EC cannot clean voters’ register – Ocquaye

After contributing to the adulteration of the current voters’ register, the Electoral Commission cannot be allowed to clean it, a former Deputy Speaker of Parliament has argued.

Professor Aaron Mike Ocquaye submitted that his argument is even in the unlikeliest case of finding a solution to claims that the register is bloated.

A new register is needed, he demands.

The former lawmaker was speaking during a debate organized by the Institute of Economic Affairs (IEA) on Tuesday, October 20 on claims by the New Patriotic Party (NPP) over the register.

The debate was organized on the theme: “Towards a Credible and Peaceful 2016 Elections: A Review of the State of Ghana’s Voters Register and the Way Forward”.

In arguing for a new voters’ register, Prof Ocquaye accused the EC of contributing to the pollution of the register and so should not be mandated to audit it.

“Those that we will rely upon for cleaning have been so compromised that you cannot say a cleaning exercise should be left with them,” he said.

“To clean that which they themselves have consciously participated in polluting will be an exercise in futility.”

He said allegations of foreigners in Ghana’s register should be a matter of international police investigation.

“This is a matter where Interpol should come in,” he said. “In fact, we expect that by this time these matters might have been handed to the police already.”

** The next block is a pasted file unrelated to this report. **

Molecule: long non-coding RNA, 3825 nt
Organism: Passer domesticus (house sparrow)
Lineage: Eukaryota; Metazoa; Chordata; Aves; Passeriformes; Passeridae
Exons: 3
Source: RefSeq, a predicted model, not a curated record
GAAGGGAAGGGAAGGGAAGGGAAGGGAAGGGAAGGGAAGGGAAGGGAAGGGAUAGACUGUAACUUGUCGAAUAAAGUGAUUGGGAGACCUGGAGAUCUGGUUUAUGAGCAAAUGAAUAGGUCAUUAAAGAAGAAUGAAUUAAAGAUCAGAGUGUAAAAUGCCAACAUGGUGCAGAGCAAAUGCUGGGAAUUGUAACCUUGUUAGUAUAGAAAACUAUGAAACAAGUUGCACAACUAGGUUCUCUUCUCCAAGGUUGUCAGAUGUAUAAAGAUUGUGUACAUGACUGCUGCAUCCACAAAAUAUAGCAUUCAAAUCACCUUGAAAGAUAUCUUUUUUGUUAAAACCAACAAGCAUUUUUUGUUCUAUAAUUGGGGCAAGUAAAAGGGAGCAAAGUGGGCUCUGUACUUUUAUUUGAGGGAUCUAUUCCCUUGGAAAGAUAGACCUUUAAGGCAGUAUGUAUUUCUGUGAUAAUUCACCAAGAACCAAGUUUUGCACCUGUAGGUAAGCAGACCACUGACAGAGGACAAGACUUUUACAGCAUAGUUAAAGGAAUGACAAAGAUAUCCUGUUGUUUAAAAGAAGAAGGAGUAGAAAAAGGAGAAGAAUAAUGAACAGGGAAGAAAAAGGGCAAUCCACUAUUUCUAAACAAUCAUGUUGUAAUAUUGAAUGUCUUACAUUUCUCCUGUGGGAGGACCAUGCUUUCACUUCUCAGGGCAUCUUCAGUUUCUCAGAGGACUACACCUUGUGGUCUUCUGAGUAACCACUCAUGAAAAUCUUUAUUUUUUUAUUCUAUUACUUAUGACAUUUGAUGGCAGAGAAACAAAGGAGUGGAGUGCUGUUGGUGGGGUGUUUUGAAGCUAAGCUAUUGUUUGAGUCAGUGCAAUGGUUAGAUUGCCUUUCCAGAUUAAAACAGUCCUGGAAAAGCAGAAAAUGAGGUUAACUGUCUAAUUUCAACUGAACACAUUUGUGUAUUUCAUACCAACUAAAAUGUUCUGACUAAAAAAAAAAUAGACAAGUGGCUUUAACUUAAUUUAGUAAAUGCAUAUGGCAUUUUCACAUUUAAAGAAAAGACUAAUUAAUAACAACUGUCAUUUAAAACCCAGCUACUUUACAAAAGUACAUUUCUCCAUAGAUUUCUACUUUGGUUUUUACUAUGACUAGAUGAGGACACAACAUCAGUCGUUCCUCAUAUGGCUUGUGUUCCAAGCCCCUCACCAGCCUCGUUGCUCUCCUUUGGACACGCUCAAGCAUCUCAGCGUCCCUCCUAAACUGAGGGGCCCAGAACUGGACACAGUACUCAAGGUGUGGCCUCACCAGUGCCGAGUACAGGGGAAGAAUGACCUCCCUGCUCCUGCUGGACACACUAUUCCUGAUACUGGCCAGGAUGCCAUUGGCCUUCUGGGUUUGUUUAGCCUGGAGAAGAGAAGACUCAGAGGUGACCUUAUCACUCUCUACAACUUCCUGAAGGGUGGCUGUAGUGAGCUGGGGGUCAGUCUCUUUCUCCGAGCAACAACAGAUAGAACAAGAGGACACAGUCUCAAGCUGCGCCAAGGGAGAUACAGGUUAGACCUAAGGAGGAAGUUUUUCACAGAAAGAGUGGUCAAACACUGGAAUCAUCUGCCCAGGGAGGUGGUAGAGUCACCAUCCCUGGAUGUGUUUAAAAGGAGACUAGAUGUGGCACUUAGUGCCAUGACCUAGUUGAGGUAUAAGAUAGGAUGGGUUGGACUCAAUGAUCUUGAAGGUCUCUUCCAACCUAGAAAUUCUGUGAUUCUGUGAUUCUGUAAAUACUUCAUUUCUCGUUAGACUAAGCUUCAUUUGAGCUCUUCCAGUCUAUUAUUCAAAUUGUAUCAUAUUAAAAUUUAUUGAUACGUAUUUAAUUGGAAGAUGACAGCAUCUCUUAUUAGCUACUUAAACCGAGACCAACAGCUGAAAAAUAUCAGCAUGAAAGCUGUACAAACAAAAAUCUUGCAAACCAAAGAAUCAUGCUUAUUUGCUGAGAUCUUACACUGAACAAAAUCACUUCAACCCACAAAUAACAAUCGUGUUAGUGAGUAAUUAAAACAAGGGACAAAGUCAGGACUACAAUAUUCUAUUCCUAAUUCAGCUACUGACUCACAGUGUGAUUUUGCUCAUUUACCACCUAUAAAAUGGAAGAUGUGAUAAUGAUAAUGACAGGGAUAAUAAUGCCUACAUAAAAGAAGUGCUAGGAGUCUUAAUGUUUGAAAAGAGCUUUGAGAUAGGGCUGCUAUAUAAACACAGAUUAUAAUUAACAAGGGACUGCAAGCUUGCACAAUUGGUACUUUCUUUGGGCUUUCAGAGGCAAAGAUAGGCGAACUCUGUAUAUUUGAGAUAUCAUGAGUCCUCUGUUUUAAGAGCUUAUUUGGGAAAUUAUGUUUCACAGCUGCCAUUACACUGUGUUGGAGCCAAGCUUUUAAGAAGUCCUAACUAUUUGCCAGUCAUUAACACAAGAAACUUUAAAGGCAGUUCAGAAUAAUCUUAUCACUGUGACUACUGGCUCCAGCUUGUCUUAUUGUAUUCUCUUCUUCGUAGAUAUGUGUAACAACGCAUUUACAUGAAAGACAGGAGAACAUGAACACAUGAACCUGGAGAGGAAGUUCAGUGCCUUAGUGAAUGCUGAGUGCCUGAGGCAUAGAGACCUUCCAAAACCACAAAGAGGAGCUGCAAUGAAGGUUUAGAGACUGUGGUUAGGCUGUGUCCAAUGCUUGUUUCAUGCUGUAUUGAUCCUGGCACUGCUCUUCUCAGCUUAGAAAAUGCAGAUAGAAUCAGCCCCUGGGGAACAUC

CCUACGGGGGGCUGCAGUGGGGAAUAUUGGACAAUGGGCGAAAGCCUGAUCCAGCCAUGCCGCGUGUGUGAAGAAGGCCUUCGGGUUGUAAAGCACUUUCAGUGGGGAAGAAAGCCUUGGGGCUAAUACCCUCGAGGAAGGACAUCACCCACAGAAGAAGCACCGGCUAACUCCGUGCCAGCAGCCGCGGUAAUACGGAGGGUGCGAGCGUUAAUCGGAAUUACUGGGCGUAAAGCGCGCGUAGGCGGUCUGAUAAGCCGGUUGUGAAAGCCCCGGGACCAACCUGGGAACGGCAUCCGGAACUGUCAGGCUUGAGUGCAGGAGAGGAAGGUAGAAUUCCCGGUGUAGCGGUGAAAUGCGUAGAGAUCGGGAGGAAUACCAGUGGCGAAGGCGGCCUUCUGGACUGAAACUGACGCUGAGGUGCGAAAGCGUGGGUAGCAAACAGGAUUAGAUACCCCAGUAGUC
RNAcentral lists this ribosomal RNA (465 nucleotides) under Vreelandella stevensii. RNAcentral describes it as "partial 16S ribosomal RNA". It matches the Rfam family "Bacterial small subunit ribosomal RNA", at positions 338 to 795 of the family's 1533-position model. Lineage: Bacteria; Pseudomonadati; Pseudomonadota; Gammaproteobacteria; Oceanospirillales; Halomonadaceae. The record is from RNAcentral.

He expressed surprise as to why the police has not yet taken the matter up.

Arguing against the call for a new register, a fellow at the Institute and Senior Lecturer at the University of Ghana, Dr Ransford Gyampoh, said there is still the likelihood that the political parties will infiltrate the register with unqualified persons in the case of getting a new one.

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“If we are not thinking about a mechanism and measures to keep the political parties at bay to prevent them from bloating and undermining the register, then I think calling for a fresh register is too simplistic.”

He shot down the argument of foreigners in Ghana’s voters’ register, saying the constitution guarantees dual citizenship and so, those persons could be qualified to register to vote.

His position on the debate was originally meant for the National Democratic Congress (NDC), which withdrew at the last minute, describing the IEA of usurping powers of the EC.